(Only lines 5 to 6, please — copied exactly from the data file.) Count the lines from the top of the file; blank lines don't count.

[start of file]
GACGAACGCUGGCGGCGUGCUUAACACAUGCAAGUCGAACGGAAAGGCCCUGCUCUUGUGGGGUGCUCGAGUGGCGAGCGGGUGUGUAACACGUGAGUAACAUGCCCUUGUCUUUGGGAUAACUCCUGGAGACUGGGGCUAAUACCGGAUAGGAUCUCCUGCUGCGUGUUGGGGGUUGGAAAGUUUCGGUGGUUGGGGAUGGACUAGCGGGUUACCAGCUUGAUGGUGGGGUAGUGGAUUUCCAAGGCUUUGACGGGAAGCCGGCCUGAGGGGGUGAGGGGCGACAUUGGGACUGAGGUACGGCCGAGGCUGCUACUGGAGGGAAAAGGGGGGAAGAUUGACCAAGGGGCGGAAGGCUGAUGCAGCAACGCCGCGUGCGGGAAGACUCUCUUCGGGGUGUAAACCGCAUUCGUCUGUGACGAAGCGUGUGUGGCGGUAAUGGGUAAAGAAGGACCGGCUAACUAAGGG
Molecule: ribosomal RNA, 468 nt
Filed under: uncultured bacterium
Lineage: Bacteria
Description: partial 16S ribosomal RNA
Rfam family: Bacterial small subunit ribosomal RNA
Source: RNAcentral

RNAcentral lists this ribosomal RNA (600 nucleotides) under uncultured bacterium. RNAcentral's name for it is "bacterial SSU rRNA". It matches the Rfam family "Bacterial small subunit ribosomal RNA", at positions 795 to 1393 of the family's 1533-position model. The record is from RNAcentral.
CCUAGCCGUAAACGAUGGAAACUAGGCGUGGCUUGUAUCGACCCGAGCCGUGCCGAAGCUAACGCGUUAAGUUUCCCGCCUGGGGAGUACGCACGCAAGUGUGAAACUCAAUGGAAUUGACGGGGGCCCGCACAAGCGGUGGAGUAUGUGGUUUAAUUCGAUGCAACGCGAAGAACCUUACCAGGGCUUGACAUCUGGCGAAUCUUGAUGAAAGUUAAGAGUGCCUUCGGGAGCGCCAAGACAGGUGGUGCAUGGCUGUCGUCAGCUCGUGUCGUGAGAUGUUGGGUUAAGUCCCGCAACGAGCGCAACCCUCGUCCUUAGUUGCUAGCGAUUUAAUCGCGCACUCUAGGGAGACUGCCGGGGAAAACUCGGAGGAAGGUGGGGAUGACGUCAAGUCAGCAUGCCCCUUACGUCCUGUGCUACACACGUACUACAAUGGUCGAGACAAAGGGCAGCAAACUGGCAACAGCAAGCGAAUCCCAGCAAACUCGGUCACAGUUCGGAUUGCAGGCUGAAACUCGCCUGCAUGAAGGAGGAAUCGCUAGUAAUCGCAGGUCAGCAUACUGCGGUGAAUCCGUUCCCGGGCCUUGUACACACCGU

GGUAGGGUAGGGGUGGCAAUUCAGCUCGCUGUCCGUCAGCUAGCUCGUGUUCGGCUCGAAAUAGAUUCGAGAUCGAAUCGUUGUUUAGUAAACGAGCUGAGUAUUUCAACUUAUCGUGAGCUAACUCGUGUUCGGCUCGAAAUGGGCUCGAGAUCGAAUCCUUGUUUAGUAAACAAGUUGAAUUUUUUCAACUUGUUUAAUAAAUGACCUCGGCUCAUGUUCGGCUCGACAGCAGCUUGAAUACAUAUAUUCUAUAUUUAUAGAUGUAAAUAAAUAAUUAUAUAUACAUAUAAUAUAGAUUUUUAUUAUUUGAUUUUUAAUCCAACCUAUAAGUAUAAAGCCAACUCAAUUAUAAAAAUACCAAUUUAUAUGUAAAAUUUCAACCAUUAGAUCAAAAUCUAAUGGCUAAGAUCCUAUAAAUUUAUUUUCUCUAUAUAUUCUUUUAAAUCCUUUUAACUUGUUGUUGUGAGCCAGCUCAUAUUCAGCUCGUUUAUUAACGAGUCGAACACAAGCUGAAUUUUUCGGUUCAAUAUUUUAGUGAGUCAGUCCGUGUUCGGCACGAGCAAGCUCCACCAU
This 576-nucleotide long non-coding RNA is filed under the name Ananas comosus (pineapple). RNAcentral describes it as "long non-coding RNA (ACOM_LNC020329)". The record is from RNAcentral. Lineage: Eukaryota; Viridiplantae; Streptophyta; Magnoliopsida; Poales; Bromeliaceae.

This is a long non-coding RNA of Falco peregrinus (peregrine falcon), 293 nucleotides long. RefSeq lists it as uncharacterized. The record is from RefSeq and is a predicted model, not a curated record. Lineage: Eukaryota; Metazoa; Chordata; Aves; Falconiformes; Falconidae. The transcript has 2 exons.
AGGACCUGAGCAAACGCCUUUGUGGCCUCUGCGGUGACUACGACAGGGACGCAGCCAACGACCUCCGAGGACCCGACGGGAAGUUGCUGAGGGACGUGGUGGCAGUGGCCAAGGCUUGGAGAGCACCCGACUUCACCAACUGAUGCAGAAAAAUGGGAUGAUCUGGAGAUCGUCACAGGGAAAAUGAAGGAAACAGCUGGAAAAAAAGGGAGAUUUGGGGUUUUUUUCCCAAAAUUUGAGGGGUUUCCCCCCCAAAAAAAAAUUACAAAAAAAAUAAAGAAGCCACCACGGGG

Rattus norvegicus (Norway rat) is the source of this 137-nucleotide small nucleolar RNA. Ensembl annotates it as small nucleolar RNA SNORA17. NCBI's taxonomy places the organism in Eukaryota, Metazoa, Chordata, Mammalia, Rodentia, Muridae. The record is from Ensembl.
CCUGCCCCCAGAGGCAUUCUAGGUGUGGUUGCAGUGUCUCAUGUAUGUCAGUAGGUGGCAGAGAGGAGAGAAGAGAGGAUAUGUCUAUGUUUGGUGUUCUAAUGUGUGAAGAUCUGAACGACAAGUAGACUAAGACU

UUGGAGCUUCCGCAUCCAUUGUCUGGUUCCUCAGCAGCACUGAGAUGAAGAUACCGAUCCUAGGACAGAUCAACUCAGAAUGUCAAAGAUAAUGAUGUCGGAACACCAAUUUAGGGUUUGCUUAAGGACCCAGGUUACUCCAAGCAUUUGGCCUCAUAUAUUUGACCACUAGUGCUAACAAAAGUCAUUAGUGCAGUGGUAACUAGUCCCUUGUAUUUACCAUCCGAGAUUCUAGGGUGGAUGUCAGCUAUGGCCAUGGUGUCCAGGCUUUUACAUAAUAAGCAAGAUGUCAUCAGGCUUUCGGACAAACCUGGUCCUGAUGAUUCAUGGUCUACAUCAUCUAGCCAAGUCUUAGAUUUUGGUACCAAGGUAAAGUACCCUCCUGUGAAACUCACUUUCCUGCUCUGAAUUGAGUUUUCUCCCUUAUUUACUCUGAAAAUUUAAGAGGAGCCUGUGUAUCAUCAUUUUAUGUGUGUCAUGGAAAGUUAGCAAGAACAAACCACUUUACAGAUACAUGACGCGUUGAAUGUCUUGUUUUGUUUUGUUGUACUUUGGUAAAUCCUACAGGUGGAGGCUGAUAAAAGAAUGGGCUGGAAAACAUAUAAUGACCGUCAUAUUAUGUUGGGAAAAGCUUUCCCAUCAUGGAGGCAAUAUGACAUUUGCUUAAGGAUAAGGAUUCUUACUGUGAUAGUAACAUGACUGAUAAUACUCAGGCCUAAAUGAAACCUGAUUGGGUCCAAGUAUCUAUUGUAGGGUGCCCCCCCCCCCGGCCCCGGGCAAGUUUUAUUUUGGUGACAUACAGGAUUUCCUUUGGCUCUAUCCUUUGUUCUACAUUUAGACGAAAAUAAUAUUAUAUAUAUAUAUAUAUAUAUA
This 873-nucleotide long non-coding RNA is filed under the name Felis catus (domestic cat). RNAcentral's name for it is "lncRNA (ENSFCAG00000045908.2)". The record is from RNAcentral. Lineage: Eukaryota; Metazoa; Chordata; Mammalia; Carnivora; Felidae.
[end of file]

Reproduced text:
Description: partial 16S ribosomal RNA
Rfam family: Bacterial small subunit ribosomal RNA